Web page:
While I am not claiming that because the X-Men films aren’t making billions of dollars for Marvel Studios that mutant-kind is in danger of being completely erased from comics, I do believe it is an enormous factor that determines how the X-Men are marketed and treated. I would love to say for certain that film rights are the principal reason for the mutants’ lack of involvement in the greater Marvel Universe, but the evidence is only circumstantial. When, at a convention, I asked if films were a deciding factor in the favoritism that seems apparent in the comics, Sana Amanat, an editor for Marvel, replied there is no favoritism because of film rights. As an employee representing Marvel, she probably could not have been completely honest if something devious were transpiring, as she must represent her company in a positive fashion. However, I still believe that the mistreatment of the mutants doesn’t just extend to lack of promotion, it also means that the X-Men can be written as villainous threats to the greater Marvel Universe.
The Phoenix Five: More appealing than One Direction.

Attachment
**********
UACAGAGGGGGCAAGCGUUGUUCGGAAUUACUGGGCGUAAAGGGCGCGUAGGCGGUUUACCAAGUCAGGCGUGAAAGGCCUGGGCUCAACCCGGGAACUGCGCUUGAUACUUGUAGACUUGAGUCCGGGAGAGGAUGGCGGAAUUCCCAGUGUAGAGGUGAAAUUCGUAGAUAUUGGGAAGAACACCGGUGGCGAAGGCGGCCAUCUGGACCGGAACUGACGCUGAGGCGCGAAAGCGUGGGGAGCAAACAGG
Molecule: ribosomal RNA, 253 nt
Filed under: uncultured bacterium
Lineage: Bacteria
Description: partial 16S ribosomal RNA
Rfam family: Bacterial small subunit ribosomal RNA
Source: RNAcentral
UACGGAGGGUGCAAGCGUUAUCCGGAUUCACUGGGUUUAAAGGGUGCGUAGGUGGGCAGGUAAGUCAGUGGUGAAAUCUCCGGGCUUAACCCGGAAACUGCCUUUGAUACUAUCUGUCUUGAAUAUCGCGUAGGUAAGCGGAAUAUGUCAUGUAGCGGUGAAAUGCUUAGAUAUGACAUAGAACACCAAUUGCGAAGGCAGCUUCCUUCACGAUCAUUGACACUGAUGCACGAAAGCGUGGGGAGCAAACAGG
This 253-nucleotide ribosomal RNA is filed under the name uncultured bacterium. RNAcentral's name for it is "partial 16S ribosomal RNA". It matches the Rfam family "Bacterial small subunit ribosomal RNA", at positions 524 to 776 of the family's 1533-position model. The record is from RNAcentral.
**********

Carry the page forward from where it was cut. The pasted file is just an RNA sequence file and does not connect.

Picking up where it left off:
While it is no spoiler that within the Marvel Universe there are humans that hate and fear the X-Men, I will warn of SPOILERS that the X-Men have come into conflict with fellow heroes, notably in the recent “Avengers vs. X-Men” storyline. The plot of this story began with the powerfully destructive phoenix force headed for Earth. This force had visited the Earth before and found a host in original X-Men member, Jean Grey. The amount of power from this celestial being eventually corrupted her, turning her into a being bent on devastation. Understandably fearful that the phoenix could once again put all life on Earth in jeopardy, the Avengers believed that the potential new host, Hope Summers, should be apprehended. Cyclops believed the phoenix’s arrival marked the sign of rebirth for mutant-kind, as their population bad been decimated to less than 200 during an event known as “M-Day.” However, wanting to allow a force as powerful as the phoenix to enter a young mutant girl not only put her at risk, but all life on earth at risk. When the phoenix force arrived, a team of Avengers led by Tony Stark attempted to destroy it. This plan failed when instead of annihilating the target, their weapon fragmented the phoenix force, which then inhabited 5 mutants, including Cyclops himself. This immense power corrupted the 5 mutants, leading them to rule the world in totalitarian authority, and eventually turn on one another in an attempt to gain more phoenix power for themselves. In the end, it was Cyclops who would end up with the full phoenix force at his disposal, and when both the Avengers and the X-Men fought back, Cyclops killed the X-Men’s founder and former leader, Professor Charles Xavier. The phoenix force was absorbed out of the murderous X-Man by Hope, and Cyclops was imprisoned for murder. He escaped, aided by some of his fellow mutants, and has since lived as a fugitive.